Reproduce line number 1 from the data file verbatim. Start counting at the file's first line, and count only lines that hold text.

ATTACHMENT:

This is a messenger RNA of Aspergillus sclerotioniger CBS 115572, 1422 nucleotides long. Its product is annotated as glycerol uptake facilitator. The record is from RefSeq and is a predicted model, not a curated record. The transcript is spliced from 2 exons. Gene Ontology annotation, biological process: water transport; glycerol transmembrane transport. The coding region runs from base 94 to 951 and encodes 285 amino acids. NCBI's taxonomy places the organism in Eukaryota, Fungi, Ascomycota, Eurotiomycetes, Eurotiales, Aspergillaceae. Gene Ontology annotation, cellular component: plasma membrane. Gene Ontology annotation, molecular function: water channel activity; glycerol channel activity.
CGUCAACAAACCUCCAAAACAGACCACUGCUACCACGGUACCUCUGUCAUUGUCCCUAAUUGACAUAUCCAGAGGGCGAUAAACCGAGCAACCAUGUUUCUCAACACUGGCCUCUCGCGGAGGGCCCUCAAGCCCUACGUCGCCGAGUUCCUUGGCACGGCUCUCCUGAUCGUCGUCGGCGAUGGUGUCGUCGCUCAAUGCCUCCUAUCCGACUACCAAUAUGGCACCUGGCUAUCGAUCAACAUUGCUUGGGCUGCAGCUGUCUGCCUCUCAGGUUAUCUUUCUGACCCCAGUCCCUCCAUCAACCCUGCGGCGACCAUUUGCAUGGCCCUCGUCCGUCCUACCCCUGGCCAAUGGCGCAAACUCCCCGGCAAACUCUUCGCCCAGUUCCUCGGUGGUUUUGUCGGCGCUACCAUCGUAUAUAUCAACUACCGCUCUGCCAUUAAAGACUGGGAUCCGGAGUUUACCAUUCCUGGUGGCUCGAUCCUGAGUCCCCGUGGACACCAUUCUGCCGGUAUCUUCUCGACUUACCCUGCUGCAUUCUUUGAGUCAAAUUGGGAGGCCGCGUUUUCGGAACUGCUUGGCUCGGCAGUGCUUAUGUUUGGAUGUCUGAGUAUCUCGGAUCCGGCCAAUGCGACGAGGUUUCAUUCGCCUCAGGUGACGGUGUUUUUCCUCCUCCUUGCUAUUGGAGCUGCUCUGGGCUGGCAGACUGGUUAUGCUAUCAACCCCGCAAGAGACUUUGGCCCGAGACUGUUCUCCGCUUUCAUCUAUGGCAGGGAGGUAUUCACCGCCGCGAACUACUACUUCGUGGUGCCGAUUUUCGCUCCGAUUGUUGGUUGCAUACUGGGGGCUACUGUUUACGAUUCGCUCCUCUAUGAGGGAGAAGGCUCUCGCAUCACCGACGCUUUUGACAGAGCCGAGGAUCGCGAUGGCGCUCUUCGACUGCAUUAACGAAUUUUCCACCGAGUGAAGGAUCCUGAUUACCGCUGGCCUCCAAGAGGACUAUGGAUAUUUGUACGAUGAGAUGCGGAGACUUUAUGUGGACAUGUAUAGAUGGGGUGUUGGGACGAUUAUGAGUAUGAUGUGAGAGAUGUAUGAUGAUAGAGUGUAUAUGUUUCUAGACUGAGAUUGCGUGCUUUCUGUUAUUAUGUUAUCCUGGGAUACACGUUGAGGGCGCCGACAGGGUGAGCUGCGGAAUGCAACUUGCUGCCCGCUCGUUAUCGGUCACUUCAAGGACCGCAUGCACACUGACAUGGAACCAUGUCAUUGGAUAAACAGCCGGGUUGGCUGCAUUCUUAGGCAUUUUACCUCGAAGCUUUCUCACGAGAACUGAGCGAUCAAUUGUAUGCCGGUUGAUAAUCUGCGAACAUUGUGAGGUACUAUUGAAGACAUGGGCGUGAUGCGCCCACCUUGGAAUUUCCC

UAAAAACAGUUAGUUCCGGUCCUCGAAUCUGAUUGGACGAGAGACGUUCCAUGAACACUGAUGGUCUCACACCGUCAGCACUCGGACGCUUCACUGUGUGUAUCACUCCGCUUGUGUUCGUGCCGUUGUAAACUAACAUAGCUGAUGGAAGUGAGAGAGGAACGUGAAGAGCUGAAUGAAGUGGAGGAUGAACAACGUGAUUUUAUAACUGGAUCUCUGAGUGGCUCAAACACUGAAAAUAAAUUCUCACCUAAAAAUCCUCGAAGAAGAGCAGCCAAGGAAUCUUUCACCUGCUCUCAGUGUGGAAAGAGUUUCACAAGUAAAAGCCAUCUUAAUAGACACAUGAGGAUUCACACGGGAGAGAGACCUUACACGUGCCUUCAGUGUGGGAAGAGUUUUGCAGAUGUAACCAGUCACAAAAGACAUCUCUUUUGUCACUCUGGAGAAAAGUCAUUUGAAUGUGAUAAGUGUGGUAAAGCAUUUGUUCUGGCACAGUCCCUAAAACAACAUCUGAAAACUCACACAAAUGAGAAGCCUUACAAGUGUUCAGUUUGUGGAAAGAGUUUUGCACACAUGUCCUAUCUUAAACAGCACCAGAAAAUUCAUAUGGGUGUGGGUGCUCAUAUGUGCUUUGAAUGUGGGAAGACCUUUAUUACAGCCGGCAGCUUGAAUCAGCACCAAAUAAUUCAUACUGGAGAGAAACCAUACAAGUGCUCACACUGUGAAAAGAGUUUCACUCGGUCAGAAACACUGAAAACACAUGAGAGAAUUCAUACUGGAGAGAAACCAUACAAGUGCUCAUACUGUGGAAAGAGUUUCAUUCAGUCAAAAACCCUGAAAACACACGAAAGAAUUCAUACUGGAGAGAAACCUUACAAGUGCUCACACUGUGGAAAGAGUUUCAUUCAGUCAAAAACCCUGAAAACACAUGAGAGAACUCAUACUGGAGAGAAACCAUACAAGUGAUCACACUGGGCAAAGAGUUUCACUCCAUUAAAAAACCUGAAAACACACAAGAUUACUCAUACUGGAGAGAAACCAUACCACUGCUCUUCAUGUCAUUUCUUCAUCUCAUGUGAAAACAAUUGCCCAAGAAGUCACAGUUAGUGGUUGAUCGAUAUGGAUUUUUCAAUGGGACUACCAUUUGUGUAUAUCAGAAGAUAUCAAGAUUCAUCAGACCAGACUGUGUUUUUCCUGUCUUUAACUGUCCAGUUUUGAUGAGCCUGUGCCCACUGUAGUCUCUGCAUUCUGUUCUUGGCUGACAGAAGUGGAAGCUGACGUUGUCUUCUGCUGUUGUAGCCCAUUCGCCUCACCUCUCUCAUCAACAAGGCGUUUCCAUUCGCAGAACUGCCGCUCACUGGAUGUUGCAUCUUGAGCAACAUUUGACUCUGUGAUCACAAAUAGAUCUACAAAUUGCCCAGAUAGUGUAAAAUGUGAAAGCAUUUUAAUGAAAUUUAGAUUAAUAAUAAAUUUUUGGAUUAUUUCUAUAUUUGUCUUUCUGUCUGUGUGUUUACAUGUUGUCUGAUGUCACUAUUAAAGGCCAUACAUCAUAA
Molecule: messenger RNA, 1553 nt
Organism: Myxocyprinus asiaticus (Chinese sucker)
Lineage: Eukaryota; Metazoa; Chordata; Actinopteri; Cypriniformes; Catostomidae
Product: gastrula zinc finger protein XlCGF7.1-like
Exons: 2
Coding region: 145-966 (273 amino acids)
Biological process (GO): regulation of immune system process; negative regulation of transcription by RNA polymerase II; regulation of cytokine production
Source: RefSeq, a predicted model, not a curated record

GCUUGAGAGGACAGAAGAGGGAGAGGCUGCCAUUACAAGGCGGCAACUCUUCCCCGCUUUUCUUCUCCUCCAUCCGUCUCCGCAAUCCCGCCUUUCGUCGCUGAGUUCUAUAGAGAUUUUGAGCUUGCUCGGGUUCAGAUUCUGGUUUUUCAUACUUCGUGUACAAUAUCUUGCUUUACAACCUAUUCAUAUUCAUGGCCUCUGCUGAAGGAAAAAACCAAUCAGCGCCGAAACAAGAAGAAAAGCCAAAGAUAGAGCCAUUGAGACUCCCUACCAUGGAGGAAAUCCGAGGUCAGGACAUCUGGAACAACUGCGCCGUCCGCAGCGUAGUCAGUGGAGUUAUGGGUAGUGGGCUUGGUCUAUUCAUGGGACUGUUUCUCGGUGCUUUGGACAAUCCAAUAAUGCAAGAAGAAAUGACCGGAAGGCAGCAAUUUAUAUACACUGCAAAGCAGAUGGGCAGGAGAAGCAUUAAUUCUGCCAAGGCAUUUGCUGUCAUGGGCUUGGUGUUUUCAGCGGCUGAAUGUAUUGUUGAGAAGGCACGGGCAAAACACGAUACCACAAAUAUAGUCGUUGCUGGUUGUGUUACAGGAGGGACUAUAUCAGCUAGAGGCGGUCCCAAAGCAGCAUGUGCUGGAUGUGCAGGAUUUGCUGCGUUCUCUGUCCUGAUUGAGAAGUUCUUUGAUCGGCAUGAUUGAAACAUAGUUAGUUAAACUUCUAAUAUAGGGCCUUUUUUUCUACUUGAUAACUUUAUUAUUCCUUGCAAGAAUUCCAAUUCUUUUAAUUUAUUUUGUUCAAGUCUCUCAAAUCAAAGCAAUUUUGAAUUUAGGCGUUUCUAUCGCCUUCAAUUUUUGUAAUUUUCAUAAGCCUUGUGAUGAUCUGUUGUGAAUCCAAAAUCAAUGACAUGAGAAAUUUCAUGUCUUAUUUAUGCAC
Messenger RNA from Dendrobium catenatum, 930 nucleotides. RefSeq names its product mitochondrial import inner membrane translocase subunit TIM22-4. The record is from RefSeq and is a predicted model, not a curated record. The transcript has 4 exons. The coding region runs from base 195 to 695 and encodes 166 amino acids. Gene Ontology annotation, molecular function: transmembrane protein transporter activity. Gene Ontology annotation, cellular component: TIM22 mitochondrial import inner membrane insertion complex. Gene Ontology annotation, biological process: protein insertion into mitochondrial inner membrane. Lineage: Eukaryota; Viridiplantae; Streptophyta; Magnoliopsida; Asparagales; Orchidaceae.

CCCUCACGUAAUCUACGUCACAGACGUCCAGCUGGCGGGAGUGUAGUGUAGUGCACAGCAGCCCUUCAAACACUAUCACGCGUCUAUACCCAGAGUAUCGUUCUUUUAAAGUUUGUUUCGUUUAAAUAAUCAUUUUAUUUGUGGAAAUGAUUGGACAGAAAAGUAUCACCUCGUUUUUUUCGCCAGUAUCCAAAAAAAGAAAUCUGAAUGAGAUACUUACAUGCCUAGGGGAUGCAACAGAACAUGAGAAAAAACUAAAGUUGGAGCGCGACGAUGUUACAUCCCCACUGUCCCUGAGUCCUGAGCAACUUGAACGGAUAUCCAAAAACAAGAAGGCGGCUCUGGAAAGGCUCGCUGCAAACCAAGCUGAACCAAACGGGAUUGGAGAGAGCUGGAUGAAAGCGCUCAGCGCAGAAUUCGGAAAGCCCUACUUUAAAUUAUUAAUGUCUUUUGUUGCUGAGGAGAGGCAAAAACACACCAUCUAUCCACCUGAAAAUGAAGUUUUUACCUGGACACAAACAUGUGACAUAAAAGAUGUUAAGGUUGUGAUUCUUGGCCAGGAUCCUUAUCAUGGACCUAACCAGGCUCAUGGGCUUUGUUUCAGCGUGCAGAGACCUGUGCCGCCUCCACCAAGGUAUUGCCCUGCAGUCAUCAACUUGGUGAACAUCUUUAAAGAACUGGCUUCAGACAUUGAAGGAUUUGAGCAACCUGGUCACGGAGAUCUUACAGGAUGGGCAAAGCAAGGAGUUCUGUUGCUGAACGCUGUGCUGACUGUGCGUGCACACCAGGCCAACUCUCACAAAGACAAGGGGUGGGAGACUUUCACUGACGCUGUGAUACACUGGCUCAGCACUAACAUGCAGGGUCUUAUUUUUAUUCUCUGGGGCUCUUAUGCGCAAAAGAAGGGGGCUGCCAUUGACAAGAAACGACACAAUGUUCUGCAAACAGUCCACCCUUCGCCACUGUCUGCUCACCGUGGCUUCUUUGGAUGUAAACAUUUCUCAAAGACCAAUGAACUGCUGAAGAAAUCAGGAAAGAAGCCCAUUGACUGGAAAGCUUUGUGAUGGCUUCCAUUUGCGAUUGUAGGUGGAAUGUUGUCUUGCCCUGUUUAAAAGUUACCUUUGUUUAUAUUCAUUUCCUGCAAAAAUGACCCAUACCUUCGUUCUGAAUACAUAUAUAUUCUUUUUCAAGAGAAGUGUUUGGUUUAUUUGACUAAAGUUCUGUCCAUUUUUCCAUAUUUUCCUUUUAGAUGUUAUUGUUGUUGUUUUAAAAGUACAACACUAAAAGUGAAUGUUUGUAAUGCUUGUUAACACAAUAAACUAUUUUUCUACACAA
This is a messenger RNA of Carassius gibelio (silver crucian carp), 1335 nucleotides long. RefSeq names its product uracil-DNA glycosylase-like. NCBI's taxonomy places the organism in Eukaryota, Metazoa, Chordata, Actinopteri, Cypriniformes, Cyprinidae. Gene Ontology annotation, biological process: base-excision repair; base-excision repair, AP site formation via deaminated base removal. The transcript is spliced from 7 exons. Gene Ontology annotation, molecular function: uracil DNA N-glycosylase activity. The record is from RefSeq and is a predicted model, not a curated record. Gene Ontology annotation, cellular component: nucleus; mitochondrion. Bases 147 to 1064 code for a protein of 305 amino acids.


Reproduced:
This is a messenger RNA of Aspergillus sclerotioniger CBS 115572, 1422 nucleotides long. Its product is annotated as glycerol uptake facilitator. The record is from RefSeq and is a predicted model, not a curated record. The transcript is spliced from 2 exons. Gene Ontology annotation, biological process: water transport; glycerol transmembrane transport. The coding region runs from base 94 to 951 and encodes 285 amino acids. NCBI's taxonomy places the organism in Eukaryota, Fungi, Ascomycota, Eurotiomycetes, Eurotiales, Aspergillaceae. Gene Ontology annotation, cellular component: plasma membrane. Gene Ontology annotation, molecular function: water channel activity; glycerol channel activity.